Yet small farms themselves need a makeover if they are going to make sense and be competitive with the advancement of these monstrous farms.  Somewhere along the way they met challenges in the advance of industrialism because farming was converted into yet another industry, when in fact it is not.  In other industries, production is a calculable closed loop, where given a fixed means one can produce a fixed product.  But farming has been unjustly restrained within the parameters of industry because in fact it is embedded in nature and cannot produce such a calculable output.  Whats-more, given the intensive land and capital needs to begin a farming operation, most small farmers would find themselves plagued by debts and mortgages and cannot afford the risks of farming.

Often times I believe that modern consumerism has taught us that we are passive players in creating the realities we desire.  A hidden, powerful message however of the industrial era is that we can call realities into being by putting our money where we believe.  So if we buy a tomato on the shelf of the supermarket and we are not concerned about how it was grown or who grew it, we are favoring the production of tomatoes that will be inconsiderate of the land and the workers who produced it.  Agricultura Asociativa is about challenging the classic identity of the “consumer-producer” relationship.  Those who join an associative farm are not “consumers” in the classic sense; they are “members” because they are active participants in creating the ethical societies they believe in.  If we are talking about the importance of food sovereignty, is there nothing more important than knowing the source of your food?  Of knowing that you are sustaining the welfare of a farmer?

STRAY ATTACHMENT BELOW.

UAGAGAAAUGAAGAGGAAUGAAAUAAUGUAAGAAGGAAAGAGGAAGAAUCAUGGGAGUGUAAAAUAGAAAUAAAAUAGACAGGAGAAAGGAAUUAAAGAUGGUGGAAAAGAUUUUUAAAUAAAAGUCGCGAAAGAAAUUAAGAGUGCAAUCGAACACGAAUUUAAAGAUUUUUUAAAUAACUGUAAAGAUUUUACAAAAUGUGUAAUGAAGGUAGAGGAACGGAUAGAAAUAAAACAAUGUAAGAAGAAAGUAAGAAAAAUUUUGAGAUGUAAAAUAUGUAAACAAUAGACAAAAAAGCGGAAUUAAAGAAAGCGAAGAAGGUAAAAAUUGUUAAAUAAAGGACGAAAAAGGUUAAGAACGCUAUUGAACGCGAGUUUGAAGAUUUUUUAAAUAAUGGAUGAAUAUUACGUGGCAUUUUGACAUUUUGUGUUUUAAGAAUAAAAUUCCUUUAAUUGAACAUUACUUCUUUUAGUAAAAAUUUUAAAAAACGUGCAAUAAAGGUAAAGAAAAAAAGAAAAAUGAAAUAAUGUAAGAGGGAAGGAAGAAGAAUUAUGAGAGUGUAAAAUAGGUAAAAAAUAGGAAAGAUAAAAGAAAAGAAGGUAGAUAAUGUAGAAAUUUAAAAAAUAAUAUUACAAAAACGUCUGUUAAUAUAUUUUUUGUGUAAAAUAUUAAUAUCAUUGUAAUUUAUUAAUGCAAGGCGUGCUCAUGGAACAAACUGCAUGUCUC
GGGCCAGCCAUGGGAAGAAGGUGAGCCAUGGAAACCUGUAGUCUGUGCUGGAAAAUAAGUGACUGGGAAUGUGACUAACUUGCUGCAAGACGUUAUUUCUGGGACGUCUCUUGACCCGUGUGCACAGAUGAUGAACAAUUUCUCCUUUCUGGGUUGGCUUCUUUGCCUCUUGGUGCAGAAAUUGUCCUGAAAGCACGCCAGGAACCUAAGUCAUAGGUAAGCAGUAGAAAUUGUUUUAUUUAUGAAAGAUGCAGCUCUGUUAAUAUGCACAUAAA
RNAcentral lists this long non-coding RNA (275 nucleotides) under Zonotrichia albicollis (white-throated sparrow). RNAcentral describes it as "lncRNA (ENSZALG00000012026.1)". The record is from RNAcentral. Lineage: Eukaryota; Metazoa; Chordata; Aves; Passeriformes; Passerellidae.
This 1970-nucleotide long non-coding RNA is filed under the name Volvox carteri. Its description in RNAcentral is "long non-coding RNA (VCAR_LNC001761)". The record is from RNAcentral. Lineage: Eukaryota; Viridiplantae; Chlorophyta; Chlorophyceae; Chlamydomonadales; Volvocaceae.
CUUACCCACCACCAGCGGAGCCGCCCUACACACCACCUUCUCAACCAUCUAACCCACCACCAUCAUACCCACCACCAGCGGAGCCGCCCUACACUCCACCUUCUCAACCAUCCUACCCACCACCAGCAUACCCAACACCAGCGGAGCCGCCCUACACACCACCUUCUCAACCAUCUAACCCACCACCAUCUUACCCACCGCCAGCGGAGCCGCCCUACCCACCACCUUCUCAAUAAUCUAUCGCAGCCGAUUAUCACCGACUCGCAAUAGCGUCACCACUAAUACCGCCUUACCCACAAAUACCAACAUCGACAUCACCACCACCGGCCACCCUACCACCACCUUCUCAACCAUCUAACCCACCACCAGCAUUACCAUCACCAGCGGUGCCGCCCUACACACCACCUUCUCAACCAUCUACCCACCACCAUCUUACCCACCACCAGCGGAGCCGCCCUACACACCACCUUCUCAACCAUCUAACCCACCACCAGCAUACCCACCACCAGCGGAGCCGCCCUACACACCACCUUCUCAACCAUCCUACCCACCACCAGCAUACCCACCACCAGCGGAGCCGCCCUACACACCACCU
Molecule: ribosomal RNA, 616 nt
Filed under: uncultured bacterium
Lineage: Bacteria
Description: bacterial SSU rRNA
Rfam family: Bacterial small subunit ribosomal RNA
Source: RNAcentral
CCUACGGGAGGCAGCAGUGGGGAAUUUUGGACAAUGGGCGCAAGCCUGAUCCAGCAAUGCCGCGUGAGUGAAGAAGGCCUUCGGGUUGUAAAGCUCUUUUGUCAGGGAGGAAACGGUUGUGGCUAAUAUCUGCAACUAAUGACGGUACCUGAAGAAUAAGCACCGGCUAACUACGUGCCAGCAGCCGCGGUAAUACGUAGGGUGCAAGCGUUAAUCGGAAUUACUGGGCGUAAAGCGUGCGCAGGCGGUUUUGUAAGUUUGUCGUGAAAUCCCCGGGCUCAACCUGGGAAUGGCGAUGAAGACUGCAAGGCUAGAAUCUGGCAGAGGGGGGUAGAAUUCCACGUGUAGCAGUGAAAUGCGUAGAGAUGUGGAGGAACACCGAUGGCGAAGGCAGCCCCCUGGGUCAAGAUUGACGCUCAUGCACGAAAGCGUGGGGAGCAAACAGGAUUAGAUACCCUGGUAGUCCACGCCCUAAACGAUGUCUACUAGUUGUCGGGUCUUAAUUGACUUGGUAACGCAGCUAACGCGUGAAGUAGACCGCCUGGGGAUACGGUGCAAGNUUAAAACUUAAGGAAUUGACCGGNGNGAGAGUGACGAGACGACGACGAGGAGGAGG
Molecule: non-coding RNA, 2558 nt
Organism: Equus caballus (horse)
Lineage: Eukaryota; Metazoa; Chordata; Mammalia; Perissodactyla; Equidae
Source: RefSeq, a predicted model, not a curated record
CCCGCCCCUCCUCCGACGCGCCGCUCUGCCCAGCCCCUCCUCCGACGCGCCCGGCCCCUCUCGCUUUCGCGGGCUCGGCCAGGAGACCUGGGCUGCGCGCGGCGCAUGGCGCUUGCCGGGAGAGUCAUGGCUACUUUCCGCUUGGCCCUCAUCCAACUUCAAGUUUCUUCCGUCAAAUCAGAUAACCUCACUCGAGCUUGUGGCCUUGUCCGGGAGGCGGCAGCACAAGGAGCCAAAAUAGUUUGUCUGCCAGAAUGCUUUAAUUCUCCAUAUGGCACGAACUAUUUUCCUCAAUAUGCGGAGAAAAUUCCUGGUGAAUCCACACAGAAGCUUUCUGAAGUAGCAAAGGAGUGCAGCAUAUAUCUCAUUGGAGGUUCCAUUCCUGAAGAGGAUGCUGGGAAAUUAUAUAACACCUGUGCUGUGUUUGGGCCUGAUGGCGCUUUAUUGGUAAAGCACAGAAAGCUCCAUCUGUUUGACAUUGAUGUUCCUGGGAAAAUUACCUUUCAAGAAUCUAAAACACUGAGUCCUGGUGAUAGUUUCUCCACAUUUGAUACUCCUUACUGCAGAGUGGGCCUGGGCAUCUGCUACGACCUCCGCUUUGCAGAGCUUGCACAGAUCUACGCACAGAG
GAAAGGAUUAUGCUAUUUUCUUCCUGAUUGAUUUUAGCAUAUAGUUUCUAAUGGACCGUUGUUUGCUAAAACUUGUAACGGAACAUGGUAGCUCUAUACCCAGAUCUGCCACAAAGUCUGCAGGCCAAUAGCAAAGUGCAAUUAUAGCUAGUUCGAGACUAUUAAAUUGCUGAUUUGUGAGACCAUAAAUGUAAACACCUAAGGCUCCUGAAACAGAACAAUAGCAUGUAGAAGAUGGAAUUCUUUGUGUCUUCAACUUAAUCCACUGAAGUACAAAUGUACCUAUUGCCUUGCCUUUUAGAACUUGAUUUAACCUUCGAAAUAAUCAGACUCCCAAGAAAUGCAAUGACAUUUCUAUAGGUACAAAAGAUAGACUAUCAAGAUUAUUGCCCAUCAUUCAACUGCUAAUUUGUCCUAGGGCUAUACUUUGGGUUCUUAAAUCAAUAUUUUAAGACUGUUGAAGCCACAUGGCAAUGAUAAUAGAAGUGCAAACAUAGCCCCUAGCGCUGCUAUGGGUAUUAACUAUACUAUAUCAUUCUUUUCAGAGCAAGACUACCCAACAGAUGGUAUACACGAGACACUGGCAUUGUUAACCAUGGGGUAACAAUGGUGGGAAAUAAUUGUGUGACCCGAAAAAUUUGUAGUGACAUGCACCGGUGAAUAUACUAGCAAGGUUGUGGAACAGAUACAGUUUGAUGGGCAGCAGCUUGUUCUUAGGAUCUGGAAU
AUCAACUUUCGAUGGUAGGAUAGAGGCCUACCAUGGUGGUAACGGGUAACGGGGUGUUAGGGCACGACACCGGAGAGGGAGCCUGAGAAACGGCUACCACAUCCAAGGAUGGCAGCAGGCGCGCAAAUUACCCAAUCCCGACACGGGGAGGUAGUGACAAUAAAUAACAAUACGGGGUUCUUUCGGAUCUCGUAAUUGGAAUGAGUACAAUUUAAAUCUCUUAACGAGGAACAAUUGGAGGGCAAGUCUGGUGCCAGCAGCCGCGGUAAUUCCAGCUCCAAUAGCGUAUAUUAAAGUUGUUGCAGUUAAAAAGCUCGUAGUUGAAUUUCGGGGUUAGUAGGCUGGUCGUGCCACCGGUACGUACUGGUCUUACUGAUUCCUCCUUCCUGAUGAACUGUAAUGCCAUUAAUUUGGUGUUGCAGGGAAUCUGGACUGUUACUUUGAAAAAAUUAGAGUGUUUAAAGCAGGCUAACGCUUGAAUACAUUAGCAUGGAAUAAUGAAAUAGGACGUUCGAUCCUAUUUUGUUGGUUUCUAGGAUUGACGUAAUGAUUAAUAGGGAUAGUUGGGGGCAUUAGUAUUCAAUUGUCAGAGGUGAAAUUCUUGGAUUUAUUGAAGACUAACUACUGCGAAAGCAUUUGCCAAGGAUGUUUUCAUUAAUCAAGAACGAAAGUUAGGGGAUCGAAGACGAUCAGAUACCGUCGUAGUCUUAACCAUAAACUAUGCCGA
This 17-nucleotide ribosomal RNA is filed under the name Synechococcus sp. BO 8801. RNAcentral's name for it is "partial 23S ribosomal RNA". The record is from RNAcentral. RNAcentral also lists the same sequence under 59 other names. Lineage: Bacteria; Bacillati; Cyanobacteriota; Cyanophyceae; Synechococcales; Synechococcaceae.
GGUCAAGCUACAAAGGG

The establishment of small associative farms around urbanized areas is a promising alternative to the imposition of agribusiness for democratic communities that determine their own destinies.  It offers fresh, healthy food for the population and localized support for the ailing profession of farmers of ecologically diverse farms.  Sustaining diverse farms is fundamental for forging resilient communities; small farms maintain the ability to buffer dramatic changes in climate or sudden outbreaks of pests or plagues that would otherwise wipe out extensions dedicated to a single crop like industrial-style monocropping.  While an unusually cool, wet year, for example, might wipe out a crop of garlic, other crops like lettuce proliferate – there is never too much of a loss.

Finally, the renovation of community-based agriculture offers the opportunity for the renewal of regional cultural identity.  Community interest in agriculture links people to the transformation of nature through the seasons as we live it through the farm entity, the opportunity to gather, whether it be to honor the harvest of the season of abundance, or plant our hopes as the planting season begins.  Gathering together at times that are significant for a community helps us to identify and reaffirm with what is important to us and what is unique to our region.

The corn we were planting that spring at Granja Valle Pintado was a variety of mountain corn, resistant to the cold, offering a valuable food source for a region that can’t grow many other kinds of corn.  It is a variety I have saved seed from for nearly a decade.  Each time I select the corn I will save seed from I think of the long line of ancestors who also did the same to create the corn I greet today, and I reflect that my decisions today selecting the corn will be passed down to future generations.  Corns like these are continually being threatened by the advance of transgenic corn, which has been developed for machine and chemical agriculture.  Our corn is made up of many colors, like the social and ecological diversity we embrace on our community farm, and the hope we plant for future generations of self-determining societies.

— Alex Edleson, Granjero Comunitario, July 2011

Visit the website at www.granjavallepintado.org